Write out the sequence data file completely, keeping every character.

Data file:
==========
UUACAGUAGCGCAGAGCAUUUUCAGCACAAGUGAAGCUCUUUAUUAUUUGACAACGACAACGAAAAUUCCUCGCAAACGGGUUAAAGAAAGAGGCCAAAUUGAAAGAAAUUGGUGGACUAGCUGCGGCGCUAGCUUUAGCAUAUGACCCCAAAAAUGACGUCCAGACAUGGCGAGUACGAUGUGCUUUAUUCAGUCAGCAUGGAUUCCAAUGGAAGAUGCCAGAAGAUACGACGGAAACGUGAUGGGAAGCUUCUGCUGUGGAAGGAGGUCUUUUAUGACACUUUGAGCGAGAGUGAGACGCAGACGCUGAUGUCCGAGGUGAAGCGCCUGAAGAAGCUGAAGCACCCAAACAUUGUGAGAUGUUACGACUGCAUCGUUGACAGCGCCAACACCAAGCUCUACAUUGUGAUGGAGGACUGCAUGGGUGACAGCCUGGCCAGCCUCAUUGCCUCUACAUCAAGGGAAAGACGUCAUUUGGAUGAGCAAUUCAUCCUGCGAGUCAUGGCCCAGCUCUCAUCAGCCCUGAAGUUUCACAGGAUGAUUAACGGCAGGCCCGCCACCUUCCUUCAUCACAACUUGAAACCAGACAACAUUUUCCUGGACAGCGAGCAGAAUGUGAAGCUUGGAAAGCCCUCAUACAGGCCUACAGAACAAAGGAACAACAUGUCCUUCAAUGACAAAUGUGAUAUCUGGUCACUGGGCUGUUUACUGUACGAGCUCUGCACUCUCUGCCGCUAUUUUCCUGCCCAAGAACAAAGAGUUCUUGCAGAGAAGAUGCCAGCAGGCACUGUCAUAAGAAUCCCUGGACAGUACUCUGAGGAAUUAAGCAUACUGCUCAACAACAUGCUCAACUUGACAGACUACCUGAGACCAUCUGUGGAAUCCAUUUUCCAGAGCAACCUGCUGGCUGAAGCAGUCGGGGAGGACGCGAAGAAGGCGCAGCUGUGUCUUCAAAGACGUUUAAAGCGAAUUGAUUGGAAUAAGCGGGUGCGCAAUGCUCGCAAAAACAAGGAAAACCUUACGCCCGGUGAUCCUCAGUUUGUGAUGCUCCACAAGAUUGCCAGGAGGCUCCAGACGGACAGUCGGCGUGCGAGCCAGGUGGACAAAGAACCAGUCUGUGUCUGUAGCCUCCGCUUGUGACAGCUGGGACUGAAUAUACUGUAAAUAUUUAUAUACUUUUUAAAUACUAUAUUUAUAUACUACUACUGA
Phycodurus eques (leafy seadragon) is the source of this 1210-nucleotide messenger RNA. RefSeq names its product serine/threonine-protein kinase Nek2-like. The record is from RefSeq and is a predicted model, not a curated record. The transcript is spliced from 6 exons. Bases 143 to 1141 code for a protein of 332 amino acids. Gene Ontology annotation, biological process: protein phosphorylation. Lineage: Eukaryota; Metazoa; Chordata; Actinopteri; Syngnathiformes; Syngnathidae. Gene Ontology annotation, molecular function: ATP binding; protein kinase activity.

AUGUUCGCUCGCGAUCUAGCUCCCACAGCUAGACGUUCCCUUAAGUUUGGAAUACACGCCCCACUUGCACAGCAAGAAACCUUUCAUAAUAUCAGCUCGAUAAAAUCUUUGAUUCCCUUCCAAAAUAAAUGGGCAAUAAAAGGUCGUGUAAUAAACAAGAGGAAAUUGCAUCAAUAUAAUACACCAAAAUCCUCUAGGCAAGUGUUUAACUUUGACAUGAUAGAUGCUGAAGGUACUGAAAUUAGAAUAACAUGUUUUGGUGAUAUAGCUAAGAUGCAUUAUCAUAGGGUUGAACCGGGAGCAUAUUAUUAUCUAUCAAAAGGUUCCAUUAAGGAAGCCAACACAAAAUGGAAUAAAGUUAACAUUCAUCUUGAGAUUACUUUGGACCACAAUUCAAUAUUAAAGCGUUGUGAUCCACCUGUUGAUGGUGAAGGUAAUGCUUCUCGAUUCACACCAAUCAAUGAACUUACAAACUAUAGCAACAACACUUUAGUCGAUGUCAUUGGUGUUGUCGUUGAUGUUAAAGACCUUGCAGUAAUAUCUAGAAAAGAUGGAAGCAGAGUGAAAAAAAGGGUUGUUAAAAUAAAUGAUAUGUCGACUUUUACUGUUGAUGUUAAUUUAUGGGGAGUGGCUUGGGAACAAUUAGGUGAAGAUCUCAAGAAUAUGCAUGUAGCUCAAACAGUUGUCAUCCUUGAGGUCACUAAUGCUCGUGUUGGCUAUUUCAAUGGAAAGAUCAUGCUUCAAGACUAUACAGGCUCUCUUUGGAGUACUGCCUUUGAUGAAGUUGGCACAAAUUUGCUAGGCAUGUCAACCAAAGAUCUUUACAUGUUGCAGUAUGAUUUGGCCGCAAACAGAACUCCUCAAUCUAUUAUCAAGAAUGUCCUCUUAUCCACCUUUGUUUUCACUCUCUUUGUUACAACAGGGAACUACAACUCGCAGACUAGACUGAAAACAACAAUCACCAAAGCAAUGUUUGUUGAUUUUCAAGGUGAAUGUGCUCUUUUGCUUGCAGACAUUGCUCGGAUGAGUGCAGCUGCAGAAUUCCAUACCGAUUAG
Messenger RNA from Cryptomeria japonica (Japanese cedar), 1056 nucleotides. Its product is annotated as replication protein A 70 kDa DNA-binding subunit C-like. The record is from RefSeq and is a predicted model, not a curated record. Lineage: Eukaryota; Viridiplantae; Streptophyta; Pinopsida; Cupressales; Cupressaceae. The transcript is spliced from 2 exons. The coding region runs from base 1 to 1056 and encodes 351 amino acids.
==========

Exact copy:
UUACAGUAGCGCAGAGCAUUUUCAGCACAAGUGAAGCUCUUUAUUAUUUGACAACGACAACGAAAAUUCCUCGCAAACGGGUUAAAGAAAGAGGCCAAAUUGAAAGAAAUUGGUGGACUAGCUGCGGCGCUAGCUUUAGCAUAUGACCCCAAAAAUGACGUCCAGACAUGGCGAGUACGAUGUGCUUUAUUCAGUCAGCAUGGAUUCCAAUGGAAGAUGCCAGAAGAUACGACGGAAACGUGAUGGGAAGCUUCUGCUGUGGAAGGAGGUCUUUUAUGACACUUUGAGCGAGAGUGAGACGCAGACGCUGAUGUCCGAGGUGAAGCGCCUGAAGAAGCUGAAGCACCCAAACAUUGUGAGAUGUUACGACUGCAUCGUUGACAGCGCCAACACCAAGCUCUACAUUGUGAUGGAGGACUGCAUGGGUGACAGCCUGGCCAGCCUCAUUGCCUCUACAUCAAGGGAAAGACGUCAUUUGGAUGAGCAAUUCAUCCUGCGAGUCAUGGCCCAGCUCUCAUCAGCCCUGAAGUUUCACAGGAUGAUUAACGGCAGGCCCGCCACCUUCCUUCAUCACAACUUGAAACCAGACAACAUUUUCCUGGACAGCGAGCAGAAUGUGAAGCUUGGAAAGCCCUCAUACAGGCCUACAGAACAAAGGAACAACAUGUCCUUCAAUGACAAAUGUGAUAUCUGGUCACUGGGCUGUUUACUGUACGAGCUCUGCACUCUCUGCCGCUAUUUUCCUGCCCAAGAACAAAGAGUUCUUGCAGAGAAGAUGCCAGCAGGCACUGUCAUAAGAAUCCCUGGACAGUACUCUGAGGAAUUAAGCAUACUGCUCAACAACAUGCUCAACUUGACAGACUACCUGAGACCAUCUGUGGAAUCCAUUUUCCAGAGCAACCUGCUGGCUGAAGCAGUCGGGGAGGACGCGAAGAAGGCGCAGCUGUGUCUUCAAAGACGUUUAAAGCGAAUUGAUUGGAAUAAGCGGGUGCGCAAUGCUCGCAAAAACAAGGAAAACCUUACGCCCGGUGAUCCUCAGUUUGUGAUGCUCCACAAGAUUGCCAGGAGGCUCCAGACGGACAGUCGGCGUGCGAGCCAGGUGGACAAAGAACCAGUCUGUGUCUGUAGCCUCCGCUUGUGACAGCUGGGACUGAAUAUACUGUAAAUAUUUAUAUACUUUUUAAAUACUAUAUUUAUAUACUACUACUGA
Phycodurus eques (leafy seadragon) is the source of this 1210-nucleotide messenger RNA. RefSeq names its product serine/threonine-protein kinase Nek2-like. The record is from RefSeq and is a predicted model, not a curated record. The transcript is spliced from 6 exons. Bases 143 to 1141 code for a protein of 332 amino acids. Gene Ontology annotation, biological process: protein phosphorylation. Lineage: Eukaryota; Metazoa; Chordata; Actinopteri; Syngnathiformes; Syngnathidae. Gene Ontology annotation, molecular function: ATP binding; protein kinase activity.

AUGUUCGCUCGCGAUCUAGCUCCCACAGCUAGACGUUCCCUUAAGUUUGGAAUACACGCCCCACUUGCACAGCAAGAAACCUUUCAUAAUAUCAGCUCGAUAAAAUCUUUGAUUCCCUUCCAAAAUAAAUGGGCAAUAAAAGGUCGUGUAAUAAACAAGAGGAAAUUGCAUCAAUAUAAUACACCAAAAUCCUCUAGGCAAGUGUUUAACUUUGACAUGAUAGAUGCUGAAGGUACUGAAAUUAGAAUAACAUGUUUUGGUGAUAUAGCUAAGAUGCAUUAUCAUAGGGUUGAACCGGGAGCAUAUUAUUAUCUAUCAAAAGGUUCCAUUAAGGAAGCCAACACAAAAUGGAAUAAAGUUAACAUUCAUCUUGAGAUUACUUUGGACCACAAUUCAAUAUUAAAGCGUUGUGAUCCACCUGUUGAUGGUGAAGGUAAUGCUUCUCGAUUCACACCAAUCAAUGAACUUACAAACUAUAGCAACAACACUUUAGUCGAUGUCAUUGGUGUUGUCGUUGAUGUUAAAGACCUUGCAGUAAUAUCUAGAAAAGAUGGAAGCAGAGUGAAAAAAAGGGUUGUUAAAAUAAAUGAUAUGUCGACUUUUACUGUUGAUGUUAAUUUAUGGGGAGUGGCUUGGGAACAAUUAGGUGAAGAUCUCAAGAAUAUGCAUGUAGCUCAAACAGUUGUCAUCCUUGAGGUCACUAAUGCUCGUGUUGGCUAUUUCAAUGGAAAGAUCAUGCUUCAAGACUAUACAGGCUCUCUUUGGAGUACUGCCUUUGAUGAAGUUGGCACAAAUUUGCUAGGCAUGUCAACCAAAGAUCUUUACAUGUUGCAGUAUGAUUUGGCCGCAAACAGAACUCCUCAAUCUAUUAUCAAGAAUGUCCUCUUAUCCACCUUUGUUUUCACUCUCUUUGUUACAACAGGGAACUACAACUCGCAGACUAGACUGAAAACAACAAUCACCAAAGCAAUGUUUGUUGAUUUUCAAGGUGAAUGUGCUCUUUUGCUUGCAGACAUUGCUCGGAUGAGUGCAGCUGCAGAAUUCCAUACCGAUUAG
Messenger RNA from Cryptomeria japonica (Japanese cedar), 1056 nucleotides. Its product is annotated as replication protein A 70 kDa DNA-binding subunit C-like. The record is from RefSeq and is a predicted model, not a curated record. Lineage: Eukaryota; Viridiplantae; Streptophyta; Pinopsida; Cupressales; Cupressaceae. The transcript is spliced from 2 exons. The coding region runs from base 1 to 1056 and encodes 351 amino acids.